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CAcert.org Certification Practice Statement - CPS
- CAcert.org Certification Practice Statement - CPS
- Purpose - Certification Practice Statement
- General Section - Certification Practice Statement
Text - Certification Practice Statement
- 1. Introduction
- 2. Publication and Repository Responsibilities
- 3. Identification and Authentication
- 4. Certificate Life-Cycle Operational Requirements (11)
- 5. Facility, Management, and Operational Controls (11)
- 6. Technical Security Controls (11)
- 7. Certificate, CRL and OCSP Profiles
- 8. Compliance Audit and Other Assessments
- 9. Other Business and Legal Matters
- End of Certification Practice Statement
- Inputs & Thoughts
Purpose - Certification Practice Statement
- Explanation / Compurgation?
General Section - Certification Practice Statement
COD - CAcert.org Official Document
Name of CAcert.org Policy
Certification Practice Statement
Shortcut of Policy
Date of WIP
Date of DRAFT
Date of POLICY Approval
Author/Editor Last Change
Date of Last Change
Place of OFFICIAL VERSION
DRAFT CPS CAcert.org
Text - Certification Practice Statement
FOR INFORMATION PURPOSE ONLY - Place of Policy OFFICIAL VERSION DRAFT CPS CAcert.org
This policy is structured according to RFC 3647, chapter 4.
- Version 0.10 2005/07/08
- This document describes the set of rules and procedures used by CAcert, the community Certification Authority (CA).
1.2. Document name and identification
OID assigned: 22.214.171.124.4.1.18506 (http://www.iana.org/assignments/enterprise-numbers
- As of the 24th of July, 2003, CAcert Incorporated is an association registered under the laws of New South Wales, Australia. C.f. and ASIC.
- The Domain cacert.com and cacert.org can be looked up in the Whois database. They are currently registered at GKG.NET
- Certificate of Incorporation as an Association
- (* imp) President: Duane Groth, Vice-President: Mark Lipscombe
- (* imp) Contact: support AT cacert DOT org
- (* imp) Discussion Forum: mailing lists
- (* imp) IRC: irc.cacert.org #CAcert (ssl port 7000, non-ssl port 6667)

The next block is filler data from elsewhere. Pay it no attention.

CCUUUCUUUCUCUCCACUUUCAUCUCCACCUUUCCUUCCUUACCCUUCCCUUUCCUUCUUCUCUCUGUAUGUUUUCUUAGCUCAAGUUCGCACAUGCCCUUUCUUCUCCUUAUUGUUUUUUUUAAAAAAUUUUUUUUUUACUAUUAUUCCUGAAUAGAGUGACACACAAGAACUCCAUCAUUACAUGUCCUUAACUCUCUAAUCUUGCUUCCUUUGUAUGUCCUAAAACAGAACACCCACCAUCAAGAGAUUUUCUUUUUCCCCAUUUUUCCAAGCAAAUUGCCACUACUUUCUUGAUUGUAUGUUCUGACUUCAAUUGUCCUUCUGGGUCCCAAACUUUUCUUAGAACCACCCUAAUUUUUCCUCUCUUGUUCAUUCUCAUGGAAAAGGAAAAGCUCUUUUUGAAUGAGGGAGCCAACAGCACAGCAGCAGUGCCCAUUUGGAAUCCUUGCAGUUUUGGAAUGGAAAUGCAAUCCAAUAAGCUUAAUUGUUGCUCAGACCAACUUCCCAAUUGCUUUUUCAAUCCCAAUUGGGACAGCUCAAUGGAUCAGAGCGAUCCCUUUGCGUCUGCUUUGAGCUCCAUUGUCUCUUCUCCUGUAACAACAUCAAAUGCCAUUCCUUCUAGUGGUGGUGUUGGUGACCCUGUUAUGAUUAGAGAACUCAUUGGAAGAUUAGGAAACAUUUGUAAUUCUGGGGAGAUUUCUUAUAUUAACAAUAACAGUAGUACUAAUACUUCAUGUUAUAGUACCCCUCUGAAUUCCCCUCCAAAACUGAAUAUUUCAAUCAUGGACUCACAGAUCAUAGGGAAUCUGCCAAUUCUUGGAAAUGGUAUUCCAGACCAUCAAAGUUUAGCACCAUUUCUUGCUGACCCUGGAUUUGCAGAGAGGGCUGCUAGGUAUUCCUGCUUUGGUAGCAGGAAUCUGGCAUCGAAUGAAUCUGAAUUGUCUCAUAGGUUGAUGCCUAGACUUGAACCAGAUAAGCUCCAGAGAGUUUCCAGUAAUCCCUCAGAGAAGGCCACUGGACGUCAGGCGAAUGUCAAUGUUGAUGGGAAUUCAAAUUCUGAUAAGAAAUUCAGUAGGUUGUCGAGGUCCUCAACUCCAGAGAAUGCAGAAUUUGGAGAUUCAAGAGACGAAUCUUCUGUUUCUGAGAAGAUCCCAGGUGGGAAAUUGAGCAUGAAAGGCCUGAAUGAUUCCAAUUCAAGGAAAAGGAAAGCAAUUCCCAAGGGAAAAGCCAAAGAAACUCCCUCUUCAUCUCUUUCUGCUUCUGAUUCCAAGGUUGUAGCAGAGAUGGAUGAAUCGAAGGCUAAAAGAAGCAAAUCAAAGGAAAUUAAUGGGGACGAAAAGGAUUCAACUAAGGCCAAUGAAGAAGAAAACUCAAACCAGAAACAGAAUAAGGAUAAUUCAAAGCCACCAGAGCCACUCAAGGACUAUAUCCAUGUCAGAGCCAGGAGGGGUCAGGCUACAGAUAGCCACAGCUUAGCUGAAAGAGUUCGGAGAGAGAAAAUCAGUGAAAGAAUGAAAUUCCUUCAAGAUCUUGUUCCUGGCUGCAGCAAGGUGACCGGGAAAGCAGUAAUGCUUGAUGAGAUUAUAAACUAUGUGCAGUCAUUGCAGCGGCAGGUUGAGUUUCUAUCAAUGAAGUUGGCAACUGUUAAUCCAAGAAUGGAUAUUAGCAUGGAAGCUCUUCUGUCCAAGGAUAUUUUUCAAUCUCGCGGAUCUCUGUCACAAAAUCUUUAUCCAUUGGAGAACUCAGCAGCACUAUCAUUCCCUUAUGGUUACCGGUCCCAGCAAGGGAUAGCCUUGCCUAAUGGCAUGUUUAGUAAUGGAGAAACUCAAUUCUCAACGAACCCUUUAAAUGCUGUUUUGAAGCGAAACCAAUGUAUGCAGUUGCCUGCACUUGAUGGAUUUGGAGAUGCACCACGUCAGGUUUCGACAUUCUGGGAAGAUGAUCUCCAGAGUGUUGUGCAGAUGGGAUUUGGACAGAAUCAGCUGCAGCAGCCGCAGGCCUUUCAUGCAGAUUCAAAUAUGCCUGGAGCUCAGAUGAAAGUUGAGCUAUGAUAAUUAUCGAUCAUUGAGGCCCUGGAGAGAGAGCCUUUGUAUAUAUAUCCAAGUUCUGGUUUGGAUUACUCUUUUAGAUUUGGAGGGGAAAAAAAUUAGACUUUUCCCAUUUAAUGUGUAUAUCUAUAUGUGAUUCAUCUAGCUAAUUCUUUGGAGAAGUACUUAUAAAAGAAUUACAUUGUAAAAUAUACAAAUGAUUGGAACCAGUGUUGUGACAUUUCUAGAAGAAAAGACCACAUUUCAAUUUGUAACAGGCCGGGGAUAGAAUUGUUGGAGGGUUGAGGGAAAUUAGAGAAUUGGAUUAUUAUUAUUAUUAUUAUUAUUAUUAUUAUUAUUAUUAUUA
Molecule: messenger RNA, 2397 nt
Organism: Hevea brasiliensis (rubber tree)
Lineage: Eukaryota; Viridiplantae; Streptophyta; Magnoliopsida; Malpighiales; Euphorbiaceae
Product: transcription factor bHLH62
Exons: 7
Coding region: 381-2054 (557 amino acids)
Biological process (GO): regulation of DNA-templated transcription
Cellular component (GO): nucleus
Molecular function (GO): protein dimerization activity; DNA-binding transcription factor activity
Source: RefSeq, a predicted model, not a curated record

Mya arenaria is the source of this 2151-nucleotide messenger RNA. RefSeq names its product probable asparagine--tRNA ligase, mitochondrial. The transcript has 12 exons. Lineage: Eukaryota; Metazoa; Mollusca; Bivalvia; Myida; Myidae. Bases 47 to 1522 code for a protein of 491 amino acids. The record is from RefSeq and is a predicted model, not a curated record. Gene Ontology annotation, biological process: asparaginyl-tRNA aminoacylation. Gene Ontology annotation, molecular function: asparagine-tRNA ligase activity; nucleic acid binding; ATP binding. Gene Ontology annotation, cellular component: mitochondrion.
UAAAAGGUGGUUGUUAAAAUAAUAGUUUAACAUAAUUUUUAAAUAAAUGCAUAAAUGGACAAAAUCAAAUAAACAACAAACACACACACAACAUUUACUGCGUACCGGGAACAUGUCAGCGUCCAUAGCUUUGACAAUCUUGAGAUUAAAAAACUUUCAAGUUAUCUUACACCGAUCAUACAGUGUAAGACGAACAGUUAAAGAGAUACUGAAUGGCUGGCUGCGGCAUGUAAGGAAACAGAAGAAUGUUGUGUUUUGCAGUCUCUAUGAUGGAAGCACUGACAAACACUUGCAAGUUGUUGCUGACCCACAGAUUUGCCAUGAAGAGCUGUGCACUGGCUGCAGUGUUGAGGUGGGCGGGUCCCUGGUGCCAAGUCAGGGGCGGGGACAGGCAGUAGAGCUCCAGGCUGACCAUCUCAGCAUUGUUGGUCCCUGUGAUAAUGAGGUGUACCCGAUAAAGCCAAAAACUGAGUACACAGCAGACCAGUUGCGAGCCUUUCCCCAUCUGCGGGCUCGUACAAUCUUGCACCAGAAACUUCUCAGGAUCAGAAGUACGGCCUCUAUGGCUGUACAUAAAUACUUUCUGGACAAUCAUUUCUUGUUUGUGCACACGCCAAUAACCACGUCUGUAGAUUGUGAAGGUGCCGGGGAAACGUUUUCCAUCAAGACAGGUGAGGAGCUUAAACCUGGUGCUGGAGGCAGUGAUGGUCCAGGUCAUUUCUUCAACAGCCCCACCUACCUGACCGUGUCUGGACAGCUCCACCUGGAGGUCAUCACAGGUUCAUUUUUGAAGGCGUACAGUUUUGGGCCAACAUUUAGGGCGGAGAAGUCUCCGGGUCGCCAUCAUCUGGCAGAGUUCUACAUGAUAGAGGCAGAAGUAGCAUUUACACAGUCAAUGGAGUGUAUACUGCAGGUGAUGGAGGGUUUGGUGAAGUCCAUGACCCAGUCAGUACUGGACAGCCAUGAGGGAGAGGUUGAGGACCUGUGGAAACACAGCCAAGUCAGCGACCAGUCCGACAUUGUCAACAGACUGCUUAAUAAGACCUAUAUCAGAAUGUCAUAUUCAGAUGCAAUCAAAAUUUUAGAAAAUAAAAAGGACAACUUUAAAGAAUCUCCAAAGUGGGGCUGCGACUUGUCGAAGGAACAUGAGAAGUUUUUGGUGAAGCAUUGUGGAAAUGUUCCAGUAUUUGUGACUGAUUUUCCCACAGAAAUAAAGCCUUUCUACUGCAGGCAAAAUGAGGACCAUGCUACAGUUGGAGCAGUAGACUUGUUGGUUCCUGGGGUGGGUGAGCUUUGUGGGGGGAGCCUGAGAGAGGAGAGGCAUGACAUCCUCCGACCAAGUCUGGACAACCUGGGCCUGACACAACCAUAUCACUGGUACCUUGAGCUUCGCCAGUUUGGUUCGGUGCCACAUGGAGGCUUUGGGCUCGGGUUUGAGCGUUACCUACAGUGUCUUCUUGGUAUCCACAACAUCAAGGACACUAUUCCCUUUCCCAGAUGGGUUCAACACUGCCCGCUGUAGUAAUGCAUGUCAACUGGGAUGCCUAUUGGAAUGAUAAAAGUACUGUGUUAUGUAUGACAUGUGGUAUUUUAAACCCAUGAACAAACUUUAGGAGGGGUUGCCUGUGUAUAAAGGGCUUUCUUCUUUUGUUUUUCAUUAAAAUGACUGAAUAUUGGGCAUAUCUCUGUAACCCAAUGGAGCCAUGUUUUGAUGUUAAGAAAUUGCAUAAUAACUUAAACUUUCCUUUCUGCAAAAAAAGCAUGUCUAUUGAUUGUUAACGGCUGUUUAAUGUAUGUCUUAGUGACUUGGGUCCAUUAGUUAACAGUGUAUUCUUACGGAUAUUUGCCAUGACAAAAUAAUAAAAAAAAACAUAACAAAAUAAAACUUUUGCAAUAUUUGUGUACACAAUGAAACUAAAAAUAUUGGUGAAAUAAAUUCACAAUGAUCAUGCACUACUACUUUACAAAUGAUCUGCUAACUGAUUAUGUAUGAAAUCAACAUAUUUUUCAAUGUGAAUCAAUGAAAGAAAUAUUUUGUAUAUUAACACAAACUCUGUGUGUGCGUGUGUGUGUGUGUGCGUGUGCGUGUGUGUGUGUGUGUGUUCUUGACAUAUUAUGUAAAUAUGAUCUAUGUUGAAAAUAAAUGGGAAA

- Home Page: CAcert Inc: The Free Community Digital Certification Authority
- Physical address:
Clos Belmont 2
1.3. PKI participants 1.3.1. Certification authorities
CAcert does not issue certificates to external intermediate CA's under the present policy. 1.3.2. Registration authorities
Entitled "CAcert Assurer" or "Trusted third Parties" report the identification of users to CAcert. In addition, CAcert accepts CAs which are not operated by CAcert as RAs, by acknowledging a certificate with a certain amount of trust depending on the CPS of the other CA. CAcert retains the right to introduce further methods of identification, but ensures, that either a single identification is made reliable enough or multiple less reliable identifications have to be combined in a way defined by CAcert, satisfying CAcert minimum standards in all cases. 1.3.3. Subscribers
CAcert issues certificate to unassured users, who fulfil the requirements for proper identification as defined in this document.
CAcert issues certificates for individuals, businesses, governments, charities, associations, churches, schools, non-governmental organizations or other legitimate groups. 1.3.4. Relying parties
Everyone who uses certificates issued by CAcert either directly or indirectly can be a relying party. 1.3.5. Other participants
Software vendors who integrate the certificate of CAcert into its software are also relying parties with a special role in the "Internet PKI". Please consult the licenses/policies/... of the root key distribution service you are using, before relying on a certificate. 1.4. Certificate usage
The CPS applies to all CAcert PKI Participants, including CAcert, Assurers, Customers, Resellers, Subscribers and Relying Parties.
CAcert operates 2 root certificates, one for assured users and one for unassured users. The root certificate for assured users is signed by the root certificate for unassured users (it is a sub-certificate). Relying parties can decide to trust only the assured certificates (by selecting the root for assured users as trust anchor), or all certificates (by selecting the root for unassured users as trust anchor).
Each of the root certificates signs all of the different types of certificatese/p>
Each type of Certificate is generally appropriate for use with the corresponding applications defined in 1.4.1, unless prohibited in 1.4.2. Additionally, by contract or within a specific environment (e.g. company-internally), CAcert users are permitted to use Certificates for higher security applications. Any such usage, however, is limited to such entities and these entities shall be responsible for any harm or liability caused by such usage.
See 1.3.3 End entities 1.4.1. Appropriate certificate uses
- CAcert server certificates can be used for SSL/TLS Servers (Webservers, Mailservers, IM-Servers, ...).
- CAcert client certificates can be used with SSL/TLS Clients (Email-Clients, Browsers, ...) to authenticate with the servers.
- CAcert OpenPGP signatures can be used with OpenPGP compatible software to encrypt and sign files and emails.
- CAcert client certificates can be used to authenticate to Web-based Signature services.
1.4.2. Prohibited certificate uses